Academic Year

2022-2023

Physical books can be ordered from the UIC Medical Bookstore

The UIC Medical Bookstore in Chicago is located on-campus at:

Student Center West
828 South Wolcott Ave.
Chicago, IL 60612
312-413-5550
Note that Peoria and Rockford campuses do not have a brick and mortar medical bookstore.

Requirements in addition to course texts and materials:

  1. A laptop computer.  Click here for minimum and recommended hardware requirements. Note that a working webcam is required.
  2. A dongle for your laptop or tablet which will enable you to connect to HDMI connections in the Learning Center rooms.
  3. Download the Poll Everywhere app (free) on your smartphone/tablet, or bookmark the browser-based (website) version on any device. Poll Everywhere is used for student responses via electronic devices during lecture or active learning sessions. If you have any difficulty in finding the app, let Dr. Max Anderson know asap. Learn more about Poll Everywhere.
  4. Foam earplugs for computer-based testing.
  5. Install a virtual private network (VPN) to access Library resources off-campus: https://answers.uillinois.edu/medicine/104607. Here is more information from the Library: https://library.uic.edu/help/article/1870/access-databases-journals-and-articles-from-off-campus
  6. Ensure you have downloaded Zoom. Prior to Orientation you will get access to the ‘licensed’ version of Zoom through UIC. https://uic.zoom.us.

Note that some of this information can also be found in Phase 1 Blackboard under Block 0, Module 1.

Osmosis

All students have access to Osmosis, an intelligent study system that is meant to optimize how and what you study during medical school coursework. If you are considering purchasing other study aids, please keep it in mind, as this one is provided for you for no cost. There is a mobile app available for both Android and Apple devices.

Prime-level access to Osmosis is available! For Chicago students, go here:

For Peoria students, go here:

For Rockford students, go here:

For Class of 2026, you will receive access to this resource prior to orientation in August 2022.

Textbooks & Materials List for AY 2022-2023

Most of the required and recommended textbooks listed below are available from the Library of the Health Sciences as electronic books (e-books), which means you do not have to purchase them. When possible, a link to the resource is provided. Links to specific readings for each block will be provided for you.  You are not expected to read entire textbooks! During each block, your instructors will tell you exactly what pages, chapters, etc. to read to be prepared for sessions.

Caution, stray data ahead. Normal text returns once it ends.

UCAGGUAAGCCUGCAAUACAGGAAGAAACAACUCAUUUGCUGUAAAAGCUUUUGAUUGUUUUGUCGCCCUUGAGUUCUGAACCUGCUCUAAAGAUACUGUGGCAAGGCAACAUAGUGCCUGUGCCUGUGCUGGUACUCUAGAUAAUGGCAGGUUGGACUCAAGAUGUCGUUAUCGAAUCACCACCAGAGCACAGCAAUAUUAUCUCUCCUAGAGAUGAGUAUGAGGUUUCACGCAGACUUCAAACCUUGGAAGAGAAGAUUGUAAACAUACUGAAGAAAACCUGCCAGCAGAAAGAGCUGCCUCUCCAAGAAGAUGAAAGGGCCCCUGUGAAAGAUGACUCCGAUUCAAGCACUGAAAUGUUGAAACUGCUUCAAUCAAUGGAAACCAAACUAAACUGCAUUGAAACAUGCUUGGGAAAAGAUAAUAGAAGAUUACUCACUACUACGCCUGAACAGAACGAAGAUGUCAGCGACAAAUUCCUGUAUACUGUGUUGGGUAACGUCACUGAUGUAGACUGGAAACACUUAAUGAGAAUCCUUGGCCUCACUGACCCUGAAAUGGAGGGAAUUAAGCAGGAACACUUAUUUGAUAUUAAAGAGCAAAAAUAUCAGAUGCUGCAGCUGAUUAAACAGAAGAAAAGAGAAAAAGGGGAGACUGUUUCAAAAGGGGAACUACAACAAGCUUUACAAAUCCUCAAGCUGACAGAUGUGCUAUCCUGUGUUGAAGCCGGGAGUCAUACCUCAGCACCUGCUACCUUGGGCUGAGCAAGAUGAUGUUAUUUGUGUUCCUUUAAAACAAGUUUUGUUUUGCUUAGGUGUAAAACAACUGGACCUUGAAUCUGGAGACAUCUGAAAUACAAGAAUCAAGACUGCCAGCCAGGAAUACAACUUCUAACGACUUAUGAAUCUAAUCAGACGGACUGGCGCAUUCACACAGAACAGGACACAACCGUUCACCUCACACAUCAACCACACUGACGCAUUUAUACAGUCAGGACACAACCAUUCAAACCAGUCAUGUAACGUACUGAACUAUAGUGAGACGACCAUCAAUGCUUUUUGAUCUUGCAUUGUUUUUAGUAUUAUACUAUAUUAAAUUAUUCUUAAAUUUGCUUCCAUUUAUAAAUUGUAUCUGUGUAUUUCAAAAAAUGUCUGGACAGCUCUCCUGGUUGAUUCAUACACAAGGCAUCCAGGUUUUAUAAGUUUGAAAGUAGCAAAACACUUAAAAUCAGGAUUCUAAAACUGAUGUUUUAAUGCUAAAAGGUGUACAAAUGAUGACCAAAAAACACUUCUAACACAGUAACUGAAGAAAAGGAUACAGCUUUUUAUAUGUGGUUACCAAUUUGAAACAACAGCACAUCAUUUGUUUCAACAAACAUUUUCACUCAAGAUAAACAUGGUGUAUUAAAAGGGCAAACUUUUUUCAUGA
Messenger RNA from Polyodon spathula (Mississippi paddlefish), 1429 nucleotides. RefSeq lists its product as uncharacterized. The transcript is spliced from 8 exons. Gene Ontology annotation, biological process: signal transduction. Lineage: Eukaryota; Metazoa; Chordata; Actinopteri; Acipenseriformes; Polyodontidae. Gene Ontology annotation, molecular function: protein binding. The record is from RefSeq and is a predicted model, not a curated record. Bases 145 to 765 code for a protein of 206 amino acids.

Search for these titles here: https://i-share-uic.primo.exlibrisgroup.com/discovery/search?vid=01CARLI_UIC:CARLI_UIC

Items marked with one asterisk * are considered ‘gold standard recommended resources’ – these are not a practical study resource, but are good for a deeper dive.

Items marked with two asterisks ** are considered ‘recommended’ – students find to be good study resources or are high yield for board preparation.

Topic Area Resource
Anatomy and Embryology Textbooks

Note: The textbooks below are Gold Standard* or recommended**, not required.

*Drake, R. L., Vogl, A. W., & Mitchell, A. W. M. (2020). Gray’s anatomy for students (4th ed.). Elsevier. ClinicalKey 

*Sadler, T. W.. Sadler-Redmond, S. L., Tosney, K., Byrne, J., & Imseis, H. (2019). Langman’s medical embryology (14th ed.). Wolters Kluwer. LWW Health Library – Note: The Clinical Correlation boxes are useful.

Detton, A. J., & Grant, J. C. B. (2017). Grant’s dissector (16th ed.). Wolters Kluwer. LWW Health Library

Pick one of the options from the list below – listed in order of priority from high to low (Recommended):

Rohen, J. W., Yokochi, C., & Lütjen-Drecoll, E. (2021). Photographic atlas of anatomy (9th ed.). Wolters Kluwer. LWW Health Library

Agur, A. M. R., & Dalley, A. F. (2021). Grant’s atlas of anatomy (15th ed.). Wolters Kluwer. LWW Health Library (Note: Rarely seen in Lab)

Netter, F. H. (2019). Atlas of human anatomy (7th ed.). Elsevier. ClinicalKey

Note for Clinical Key per LHS staff – the first time you click on the link it might take you to a general Clinical Key page and not the textbook page. Close the tab where that page opened and click the link again.

Study Resources (Recommended)

**Acland’s Video Atlas of Human Anatomy. (2012). Wolters Kluwer. Access this database by first clicking here https://researchguides.uic.edu/az.php and then choose Acland from the list. You will most likely need to log in to view it using your NETID and password.